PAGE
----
Wednesday, February 28, 2018

OH NO! Ran out of bread!

I think we did pretty good provisioning our boat with food for the trip.  But I knew I couldn't carry enough bread.

So I made some biscuits for breakfast.

They were OK.  Not terrible.  I just don't have my oven temp correct yet....and I don't have a thermometer!   Drenched in gravy, they were good!

 And since I had the flour out (I keep it in the fridge) I decided to try my hand at yeast bread.  In the pressure pot this time!

 Normal procedure, letting the dough rise.

The pressure pot.  The directions I am using call for the rubber seal to be removed, so you're really just using a heavy pot, not the pressure part.

This is an experiment for me - I'd read that folks line the pan with oatmeal.  But at the last minute I decided to use the little trivet to keep the dough off the bottom of the pan.

About 45 minutes on super low heat with the lid closed but no pressure regulator installed.

All done!  I am glad I used the trivet since the bottom did burn a bit where it contacted the actual bottom of the pan.

 I peeled the burnt edge and it's pretty good!  Not enough salt for my taste, so I'll adjust that next time!

Tuesday, February 27, 2018

"Pig Beach" aka Big Majors Spot

We moved the short distance over towards Staniel Cay to the "pig beach".  We've been here before, so it's not a big thrill...but it is a fine anchorage for the lighter east winds we're seeing.

We were surprised how many boats were here!   It feels crowded compared to where we've been recently!

I heard a turbine engine - and was a bit shocked to see this sea plane landing not 100 yards from the boat in the busy anchorage!

I looked up the N-number and it's a Cessna Caravan.  A passel of folks pealed out and headed down the beach to feed the pigs.  Travel'n in style!

The obligatory photos of the pigs.....the pigs looked more "well fed" this time, lots of tour boats going over, all armed with food/scraps.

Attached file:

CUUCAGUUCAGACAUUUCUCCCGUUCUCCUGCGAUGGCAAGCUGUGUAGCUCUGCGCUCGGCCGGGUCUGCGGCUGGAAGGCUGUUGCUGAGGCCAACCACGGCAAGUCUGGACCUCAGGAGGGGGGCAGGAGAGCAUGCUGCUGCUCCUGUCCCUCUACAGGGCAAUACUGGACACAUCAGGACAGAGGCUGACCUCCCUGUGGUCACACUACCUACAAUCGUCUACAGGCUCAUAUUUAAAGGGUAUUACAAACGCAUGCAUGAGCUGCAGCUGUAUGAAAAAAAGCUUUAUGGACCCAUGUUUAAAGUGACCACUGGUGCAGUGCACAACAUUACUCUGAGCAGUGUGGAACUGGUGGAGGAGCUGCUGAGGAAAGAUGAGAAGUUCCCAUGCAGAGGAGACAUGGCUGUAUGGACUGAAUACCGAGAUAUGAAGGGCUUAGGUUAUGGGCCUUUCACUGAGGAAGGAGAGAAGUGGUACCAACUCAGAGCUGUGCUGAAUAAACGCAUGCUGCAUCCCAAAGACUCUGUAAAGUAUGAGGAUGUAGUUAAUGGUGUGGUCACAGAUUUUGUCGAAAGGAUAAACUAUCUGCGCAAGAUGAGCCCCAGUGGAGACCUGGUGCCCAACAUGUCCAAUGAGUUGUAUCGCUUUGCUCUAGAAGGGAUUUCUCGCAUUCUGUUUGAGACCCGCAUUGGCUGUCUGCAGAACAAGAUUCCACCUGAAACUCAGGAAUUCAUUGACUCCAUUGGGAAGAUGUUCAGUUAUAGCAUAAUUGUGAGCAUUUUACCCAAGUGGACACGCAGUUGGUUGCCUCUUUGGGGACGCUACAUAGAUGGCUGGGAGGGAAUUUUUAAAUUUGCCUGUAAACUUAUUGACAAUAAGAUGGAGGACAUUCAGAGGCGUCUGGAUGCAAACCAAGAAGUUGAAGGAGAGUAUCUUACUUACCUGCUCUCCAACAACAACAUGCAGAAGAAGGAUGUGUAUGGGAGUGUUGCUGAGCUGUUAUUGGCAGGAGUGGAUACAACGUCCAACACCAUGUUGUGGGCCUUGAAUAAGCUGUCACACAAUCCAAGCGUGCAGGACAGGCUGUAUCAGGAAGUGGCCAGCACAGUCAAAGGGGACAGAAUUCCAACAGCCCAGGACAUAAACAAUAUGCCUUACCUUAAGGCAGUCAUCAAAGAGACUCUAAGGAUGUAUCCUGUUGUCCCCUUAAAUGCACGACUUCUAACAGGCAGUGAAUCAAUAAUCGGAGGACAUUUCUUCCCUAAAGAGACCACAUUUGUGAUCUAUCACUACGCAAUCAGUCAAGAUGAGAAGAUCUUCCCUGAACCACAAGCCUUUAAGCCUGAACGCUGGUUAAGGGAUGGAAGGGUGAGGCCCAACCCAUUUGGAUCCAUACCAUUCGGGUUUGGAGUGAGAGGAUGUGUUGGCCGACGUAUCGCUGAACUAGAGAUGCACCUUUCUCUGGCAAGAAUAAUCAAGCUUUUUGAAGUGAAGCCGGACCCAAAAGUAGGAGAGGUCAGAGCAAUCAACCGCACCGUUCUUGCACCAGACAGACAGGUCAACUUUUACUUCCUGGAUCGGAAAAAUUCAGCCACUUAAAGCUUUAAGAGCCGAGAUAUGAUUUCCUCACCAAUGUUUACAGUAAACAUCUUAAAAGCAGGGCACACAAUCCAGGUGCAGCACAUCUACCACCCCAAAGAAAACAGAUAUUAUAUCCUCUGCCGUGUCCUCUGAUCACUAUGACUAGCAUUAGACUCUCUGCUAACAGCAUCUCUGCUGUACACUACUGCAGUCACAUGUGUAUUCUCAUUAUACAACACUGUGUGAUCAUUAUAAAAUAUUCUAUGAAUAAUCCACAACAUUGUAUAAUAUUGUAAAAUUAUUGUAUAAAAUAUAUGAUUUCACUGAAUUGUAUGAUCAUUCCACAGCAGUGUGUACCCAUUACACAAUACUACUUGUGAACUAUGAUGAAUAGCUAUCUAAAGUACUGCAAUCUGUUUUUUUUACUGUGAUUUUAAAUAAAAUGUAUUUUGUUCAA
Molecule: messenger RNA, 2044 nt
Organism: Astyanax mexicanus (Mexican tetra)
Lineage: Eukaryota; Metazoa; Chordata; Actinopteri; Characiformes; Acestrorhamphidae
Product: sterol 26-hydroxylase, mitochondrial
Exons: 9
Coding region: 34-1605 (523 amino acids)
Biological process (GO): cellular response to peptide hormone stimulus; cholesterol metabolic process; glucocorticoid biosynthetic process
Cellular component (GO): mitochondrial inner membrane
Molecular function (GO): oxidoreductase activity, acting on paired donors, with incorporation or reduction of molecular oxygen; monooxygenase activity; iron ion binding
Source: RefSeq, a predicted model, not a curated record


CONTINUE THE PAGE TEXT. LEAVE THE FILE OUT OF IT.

Strange novelty.

We found a little bit of snorkeling nearby, but it was not too interesting.

So we took the dinghy for a ride in search of better coral.

Found a little better area and got a bit of exercise.  All for now!

Sampson Cay

We puttered about in the dinghy -

And found a really nice snorkeling reef near these "rocks".  The current was very swift.

I finally got my camera settings worked out!

Look at all those fish!!

Monday, February 26, 2018

Sail to Sampson Cay

Wild ride again in the strong winds - headed south to Sampson Cay.  We're getting closer back to "civilization" so there were alot more sailboats out. 

Everyone having a glorious sail!

Including us.  It took 4 tacks to get there, but we did it using petroleum only to get in/out of the anchorages!

In between rain showers, we took a dinghy ride thru the middle of the island.  This area is dry at low tide.   The island itself is privately owned but we saw no one at any of the docks or pretty houses.  The marina is closed and there are "private" signs up everywhere.

Back to the boat before another little shower.

 View of the pretty island where we're anchored.

Sunday, February 25, 2018

Warderick Wells Exuma Land and Sea Park

The sail from Shroud to Warderick Wells was long and windy!  30+ knots again, and from somewhat the wrong direction.  We had to tack several times so the 3 hour trip turned into more like 6 hours.  But, we used almost no "dinosaur fuel"!

Warderick Wells is the "headquarters" of the protected area called the Exuma Land and Sea Park.  It is a large area that permanently prohibits fishing to preserve the natural state. 

We went for a hike - over some of the same ground that we hiked several years ago.  Cool lizard - we've noticed that the lizards here all have "curly tails".

The trail led to the Exuma Sound side - churned up waves from all the wind.

And the hike led past "Boo Boo Hill" - where cruisers like to leave their signs showing their visit.  Some obviously go to a huge amount of trouble designing their sign.   We are mildly amused but didn't bother bringing a sign.   Looks like good firewood if you needed it!

Here there are "blowholes" in the limestone - when the waves from the sound are at just the right height and direction, water spouts up thru the blowholes.  Wasn't happening for us.  Back to a rolly anchorage for the night.

Saturday, February 24, 2018

More Shroud Cay

Such a beautiful place!

Took the dinghy for a hike to some "Loyalist" ruins from the late 1700's.

There were 10 residences here built with mortar made from grinding conch shells.  Overgrown but you could clearly see the footprints of the small houses. 

This was a "beehive oven" where they fired the conch shells into ash to make the mortar.

The view from the residence area.  They farmed sisal - a plant that looks like aloe - it's fiber is used to make rope and paper.

And just a joyride along the craggy limestone waterfront.